Third, the legality of the gift turns upon the value of the gift. The definition of "gift" under the Lobby Law §1c(j), states as follows:
§1c(j) The term "gift" shall mean anything of value given to a public official…
As to the value of a gift, such should be determined by determining the cost to any offeror. If a lobbyist or client offers a gift to a public official that costs the offeror less than $75, then that gift would be considered a legal gift. Therefore, if three lobbyists and/or clients pool their resources and offer a public official a $200 gift whose cost is equally shared, they would be considered to be giving a legal gift of less than $75 each.
Therefore, the value of a gift offered or received is determined by the actual cost attributable to each donor. In this case, the per person cost to the lobbyist and/or client does not exceed $75, and therefore is not an illegal gift.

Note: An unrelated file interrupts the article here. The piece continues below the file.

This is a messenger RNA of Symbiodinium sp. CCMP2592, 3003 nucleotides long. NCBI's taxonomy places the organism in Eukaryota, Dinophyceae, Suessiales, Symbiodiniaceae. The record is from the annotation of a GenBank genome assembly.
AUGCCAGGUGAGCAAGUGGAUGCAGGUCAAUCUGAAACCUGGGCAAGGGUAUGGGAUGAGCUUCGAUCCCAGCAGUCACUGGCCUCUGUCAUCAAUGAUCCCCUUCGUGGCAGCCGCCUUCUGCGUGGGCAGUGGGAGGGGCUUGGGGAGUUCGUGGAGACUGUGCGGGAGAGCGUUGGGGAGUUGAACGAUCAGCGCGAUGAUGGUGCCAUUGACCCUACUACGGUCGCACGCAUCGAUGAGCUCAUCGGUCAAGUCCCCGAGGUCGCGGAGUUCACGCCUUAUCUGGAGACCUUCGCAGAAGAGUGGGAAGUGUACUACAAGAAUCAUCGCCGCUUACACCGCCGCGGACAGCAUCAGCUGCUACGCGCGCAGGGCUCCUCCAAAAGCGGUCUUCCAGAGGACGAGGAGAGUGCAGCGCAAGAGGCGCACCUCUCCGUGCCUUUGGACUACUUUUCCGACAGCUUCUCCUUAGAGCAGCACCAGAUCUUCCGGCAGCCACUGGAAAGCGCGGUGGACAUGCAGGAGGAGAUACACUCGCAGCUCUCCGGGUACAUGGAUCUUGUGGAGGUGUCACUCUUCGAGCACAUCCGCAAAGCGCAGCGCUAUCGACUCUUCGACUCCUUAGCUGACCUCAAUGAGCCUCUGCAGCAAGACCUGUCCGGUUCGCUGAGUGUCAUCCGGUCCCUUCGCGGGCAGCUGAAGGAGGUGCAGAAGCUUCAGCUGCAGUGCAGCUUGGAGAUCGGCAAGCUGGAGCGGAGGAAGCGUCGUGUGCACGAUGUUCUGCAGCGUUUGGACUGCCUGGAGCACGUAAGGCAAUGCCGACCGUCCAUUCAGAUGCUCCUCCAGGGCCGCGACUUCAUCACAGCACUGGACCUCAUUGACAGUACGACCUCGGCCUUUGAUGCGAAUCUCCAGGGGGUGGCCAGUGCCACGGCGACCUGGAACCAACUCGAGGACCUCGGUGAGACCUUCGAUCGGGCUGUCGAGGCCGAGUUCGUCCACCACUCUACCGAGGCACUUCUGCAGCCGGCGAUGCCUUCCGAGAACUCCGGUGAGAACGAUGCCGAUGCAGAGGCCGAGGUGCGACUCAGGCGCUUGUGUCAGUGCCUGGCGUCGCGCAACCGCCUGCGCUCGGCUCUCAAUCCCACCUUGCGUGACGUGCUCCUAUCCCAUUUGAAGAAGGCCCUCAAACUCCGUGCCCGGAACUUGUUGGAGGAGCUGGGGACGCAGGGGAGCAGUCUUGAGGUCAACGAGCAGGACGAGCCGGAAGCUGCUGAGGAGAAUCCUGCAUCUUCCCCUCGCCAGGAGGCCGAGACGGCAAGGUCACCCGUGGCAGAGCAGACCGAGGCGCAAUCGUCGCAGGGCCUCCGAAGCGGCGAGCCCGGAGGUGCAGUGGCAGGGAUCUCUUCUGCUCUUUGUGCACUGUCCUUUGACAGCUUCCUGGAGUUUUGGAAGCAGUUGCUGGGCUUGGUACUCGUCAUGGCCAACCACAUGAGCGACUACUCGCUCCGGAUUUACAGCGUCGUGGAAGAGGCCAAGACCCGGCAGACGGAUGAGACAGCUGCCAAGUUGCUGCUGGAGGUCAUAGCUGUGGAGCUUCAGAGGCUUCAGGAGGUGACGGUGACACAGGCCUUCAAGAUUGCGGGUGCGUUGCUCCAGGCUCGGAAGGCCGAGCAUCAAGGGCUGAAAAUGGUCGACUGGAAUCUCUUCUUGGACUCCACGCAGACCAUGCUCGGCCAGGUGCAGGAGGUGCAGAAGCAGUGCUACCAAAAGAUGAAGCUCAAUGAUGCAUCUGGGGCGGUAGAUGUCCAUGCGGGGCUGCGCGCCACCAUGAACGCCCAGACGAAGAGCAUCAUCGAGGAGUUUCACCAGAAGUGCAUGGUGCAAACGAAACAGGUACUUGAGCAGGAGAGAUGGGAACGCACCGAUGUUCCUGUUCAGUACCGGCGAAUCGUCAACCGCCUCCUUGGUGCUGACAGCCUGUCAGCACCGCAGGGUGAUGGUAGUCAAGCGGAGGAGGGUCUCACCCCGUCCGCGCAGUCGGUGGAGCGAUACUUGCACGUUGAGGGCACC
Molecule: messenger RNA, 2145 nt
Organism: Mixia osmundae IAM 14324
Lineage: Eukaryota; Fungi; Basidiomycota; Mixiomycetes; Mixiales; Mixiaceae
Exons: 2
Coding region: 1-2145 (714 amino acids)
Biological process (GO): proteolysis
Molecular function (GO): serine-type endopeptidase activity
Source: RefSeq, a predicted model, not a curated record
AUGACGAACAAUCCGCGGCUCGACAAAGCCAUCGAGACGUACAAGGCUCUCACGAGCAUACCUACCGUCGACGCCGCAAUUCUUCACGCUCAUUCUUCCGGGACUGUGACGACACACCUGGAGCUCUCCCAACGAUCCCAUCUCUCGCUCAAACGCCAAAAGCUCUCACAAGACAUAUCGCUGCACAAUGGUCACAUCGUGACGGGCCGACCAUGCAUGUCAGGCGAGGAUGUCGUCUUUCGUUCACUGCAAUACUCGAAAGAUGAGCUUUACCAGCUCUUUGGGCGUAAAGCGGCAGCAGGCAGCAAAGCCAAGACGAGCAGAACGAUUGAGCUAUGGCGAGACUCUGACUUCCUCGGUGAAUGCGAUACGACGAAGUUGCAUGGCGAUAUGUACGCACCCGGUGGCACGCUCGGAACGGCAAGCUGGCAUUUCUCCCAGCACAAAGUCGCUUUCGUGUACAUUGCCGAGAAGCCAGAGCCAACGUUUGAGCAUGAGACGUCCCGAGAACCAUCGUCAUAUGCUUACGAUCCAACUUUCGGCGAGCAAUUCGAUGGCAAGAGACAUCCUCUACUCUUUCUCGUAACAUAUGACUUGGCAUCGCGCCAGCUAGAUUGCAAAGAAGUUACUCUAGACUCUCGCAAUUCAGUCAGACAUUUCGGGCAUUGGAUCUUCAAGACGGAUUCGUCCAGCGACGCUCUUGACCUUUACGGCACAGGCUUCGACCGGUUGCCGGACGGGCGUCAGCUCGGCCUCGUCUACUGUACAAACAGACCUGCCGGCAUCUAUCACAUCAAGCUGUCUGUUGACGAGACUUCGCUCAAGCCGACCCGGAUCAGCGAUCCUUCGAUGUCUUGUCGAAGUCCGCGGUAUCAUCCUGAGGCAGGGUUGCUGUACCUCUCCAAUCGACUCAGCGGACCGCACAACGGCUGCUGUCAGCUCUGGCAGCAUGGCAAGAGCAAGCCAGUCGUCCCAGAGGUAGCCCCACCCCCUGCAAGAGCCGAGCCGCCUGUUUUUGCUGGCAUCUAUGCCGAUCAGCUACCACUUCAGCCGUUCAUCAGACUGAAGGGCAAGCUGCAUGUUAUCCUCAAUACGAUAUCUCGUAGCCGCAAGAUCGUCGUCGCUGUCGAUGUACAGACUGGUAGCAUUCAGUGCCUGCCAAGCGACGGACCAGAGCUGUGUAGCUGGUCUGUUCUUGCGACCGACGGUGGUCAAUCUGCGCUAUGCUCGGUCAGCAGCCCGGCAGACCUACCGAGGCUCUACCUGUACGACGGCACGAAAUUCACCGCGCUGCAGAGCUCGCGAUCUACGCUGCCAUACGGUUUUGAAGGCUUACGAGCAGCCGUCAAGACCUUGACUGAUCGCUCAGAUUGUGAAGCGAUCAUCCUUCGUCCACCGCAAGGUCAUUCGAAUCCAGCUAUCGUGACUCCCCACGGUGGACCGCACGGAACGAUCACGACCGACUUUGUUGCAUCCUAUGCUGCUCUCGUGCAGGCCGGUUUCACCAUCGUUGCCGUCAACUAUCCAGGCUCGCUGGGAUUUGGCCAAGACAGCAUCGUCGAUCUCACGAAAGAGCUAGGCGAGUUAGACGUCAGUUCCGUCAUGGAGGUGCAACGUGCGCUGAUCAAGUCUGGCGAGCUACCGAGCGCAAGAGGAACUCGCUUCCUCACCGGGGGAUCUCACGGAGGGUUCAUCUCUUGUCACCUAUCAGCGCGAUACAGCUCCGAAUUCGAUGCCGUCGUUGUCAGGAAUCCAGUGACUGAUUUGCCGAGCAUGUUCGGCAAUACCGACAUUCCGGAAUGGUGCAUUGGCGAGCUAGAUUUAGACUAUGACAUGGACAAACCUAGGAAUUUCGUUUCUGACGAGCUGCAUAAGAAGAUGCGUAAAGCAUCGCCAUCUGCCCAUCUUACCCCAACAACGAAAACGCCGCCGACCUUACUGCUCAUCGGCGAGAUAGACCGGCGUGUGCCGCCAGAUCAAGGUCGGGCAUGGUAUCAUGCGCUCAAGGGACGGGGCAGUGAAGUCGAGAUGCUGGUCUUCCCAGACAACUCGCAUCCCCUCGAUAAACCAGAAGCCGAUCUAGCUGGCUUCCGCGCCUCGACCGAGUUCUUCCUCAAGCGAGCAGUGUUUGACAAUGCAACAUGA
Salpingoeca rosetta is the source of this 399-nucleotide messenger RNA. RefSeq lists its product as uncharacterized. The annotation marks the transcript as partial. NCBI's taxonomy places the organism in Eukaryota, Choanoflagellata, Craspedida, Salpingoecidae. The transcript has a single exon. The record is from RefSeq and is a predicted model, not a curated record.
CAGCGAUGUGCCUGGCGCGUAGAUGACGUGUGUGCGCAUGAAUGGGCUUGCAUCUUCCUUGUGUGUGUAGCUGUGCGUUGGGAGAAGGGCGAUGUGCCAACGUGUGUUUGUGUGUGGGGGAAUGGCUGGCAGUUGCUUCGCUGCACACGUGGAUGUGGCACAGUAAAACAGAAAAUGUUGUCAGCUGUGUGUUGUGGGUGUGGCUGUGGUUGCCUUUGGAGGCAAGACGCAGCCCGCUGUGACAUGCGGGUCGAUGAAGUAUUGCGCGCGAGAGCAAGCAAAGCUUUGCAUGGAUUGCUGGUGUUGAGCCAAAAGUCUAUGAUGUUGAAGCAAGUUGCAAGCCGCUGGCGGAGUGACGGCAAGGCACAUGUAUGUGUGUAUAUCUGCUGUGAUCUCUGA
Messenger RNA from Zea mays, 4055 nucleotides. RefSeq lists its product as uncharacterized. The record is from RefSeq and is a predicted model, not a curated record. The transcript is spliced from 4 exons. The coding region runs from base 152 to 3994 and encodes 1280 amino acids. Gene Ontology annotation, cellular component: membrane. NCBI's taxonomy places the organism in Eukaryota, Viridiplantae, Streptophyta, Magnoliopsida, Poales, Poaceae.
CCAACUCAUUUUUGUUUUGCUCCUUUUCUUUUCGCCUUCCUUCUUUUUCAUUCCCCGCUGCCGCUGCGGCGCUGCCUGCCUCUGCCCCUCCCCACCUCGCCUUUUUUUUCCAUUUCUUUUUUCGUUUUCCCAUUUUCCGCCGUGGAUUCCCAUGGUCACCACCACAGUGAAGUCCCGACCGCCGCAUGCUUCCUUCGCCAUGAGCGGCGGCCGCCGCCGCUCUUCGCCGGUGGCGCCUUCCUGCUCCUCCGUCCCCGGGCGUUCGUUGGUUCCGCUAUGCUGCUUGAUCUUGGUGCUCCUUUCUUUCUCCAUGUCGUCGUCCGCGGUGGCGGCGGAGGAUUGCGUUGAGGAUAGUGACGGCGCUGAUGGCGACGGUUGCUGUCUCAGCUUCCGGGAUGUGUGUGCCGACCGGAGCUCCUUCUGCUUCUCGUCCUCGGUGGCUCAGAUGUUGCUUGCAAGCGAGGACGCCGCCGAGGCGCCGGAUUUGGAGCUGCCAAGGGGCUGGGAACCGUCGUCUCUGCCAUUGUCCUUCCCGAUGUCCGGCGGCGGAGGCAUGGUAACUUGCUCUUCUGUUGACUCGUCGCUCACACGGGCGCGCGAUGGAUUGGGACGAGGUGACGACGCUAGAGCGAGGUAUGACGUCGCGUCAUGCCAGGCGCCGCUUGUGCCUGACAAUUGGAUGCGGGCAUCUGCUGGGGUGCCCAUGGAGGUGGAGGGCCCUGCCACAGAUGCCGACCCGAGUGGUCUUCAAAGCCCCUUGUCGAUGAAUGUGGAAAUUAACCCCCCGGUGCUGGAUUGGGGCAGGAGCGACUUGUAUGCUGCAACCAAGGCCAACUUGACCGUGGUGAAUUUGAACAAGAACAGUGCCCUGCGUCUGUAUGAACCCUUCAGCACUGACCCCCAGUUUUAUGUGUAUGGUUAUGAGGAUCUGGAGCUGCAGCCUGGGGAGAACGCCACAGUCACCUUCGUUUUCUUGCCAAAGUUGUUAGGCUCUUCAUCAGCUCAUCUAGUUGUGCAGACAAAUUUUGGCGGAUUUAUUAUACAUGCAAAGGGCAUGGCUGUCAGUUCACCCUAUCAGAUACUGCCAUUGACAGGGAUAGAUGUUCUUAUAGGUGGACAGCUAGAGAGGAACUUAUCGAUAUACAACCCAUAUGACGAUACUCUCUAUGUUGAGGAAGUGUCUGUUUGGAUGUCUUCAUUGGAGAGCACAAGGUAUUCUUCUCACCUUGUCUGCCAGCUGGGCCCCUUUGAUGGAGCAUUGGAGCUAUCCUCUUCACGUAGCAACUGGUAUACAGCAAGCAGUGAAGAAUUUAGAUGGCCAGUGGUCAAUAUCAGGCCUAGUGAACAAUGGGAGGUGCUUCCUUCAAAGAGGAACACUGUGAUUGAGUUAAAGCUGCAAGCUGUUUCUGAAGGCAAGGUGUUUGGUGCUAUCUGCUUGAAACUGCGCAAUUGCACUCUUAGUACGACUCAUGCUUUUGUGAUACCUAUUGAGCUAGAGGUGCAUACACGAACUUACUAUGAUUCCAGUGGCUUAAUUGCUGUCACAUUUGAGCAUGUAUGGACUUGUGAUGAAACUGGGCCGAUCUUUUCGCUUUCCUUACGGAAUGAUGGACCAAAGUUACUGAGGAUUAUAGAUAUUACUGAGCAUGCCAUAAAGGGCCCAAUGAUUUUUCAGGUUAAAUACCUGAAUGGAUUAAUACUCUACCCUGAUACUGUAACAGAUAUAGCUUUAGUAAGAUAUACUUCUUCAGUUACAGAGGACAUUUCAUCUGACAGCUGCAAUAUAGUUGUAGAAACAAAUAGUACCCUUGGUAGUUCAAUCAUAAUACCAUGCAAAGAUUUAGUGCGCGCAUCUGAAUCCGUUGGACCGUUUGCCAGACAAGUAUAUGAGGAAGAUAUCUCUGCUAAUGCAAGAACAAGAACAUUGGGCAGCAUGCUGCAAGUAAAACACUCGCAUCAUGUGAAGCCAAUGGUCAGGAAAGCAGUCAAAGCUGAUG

Further, the cost of any gift need only be reported if it is part of a lobbying effort or otherwise not specifically excluded from reporting. Such gifts are presumed to be part of a lobbying effort if the donor is a registered lobbyist or client but such presumption may be overcome by presentation of facts demonstrating that such gift was in fact not related to a lobbying effort (Advisory Opinion No. 38).
APPROVED BY COMMISSION: JUNE 15, 2005
CONCURRING: BARTLEY F. LIVOLSI, CHAIRMAN; PATRICK J. BULGARO, VICE-CHAIR; JOSEPH A. DUNN, MEMBER; ANDREW G. CELLI, JR., MEMBER; KENNETH J. BAER, MEMBER; PETER J. MOSCHETTI, JR., MEMBER./S/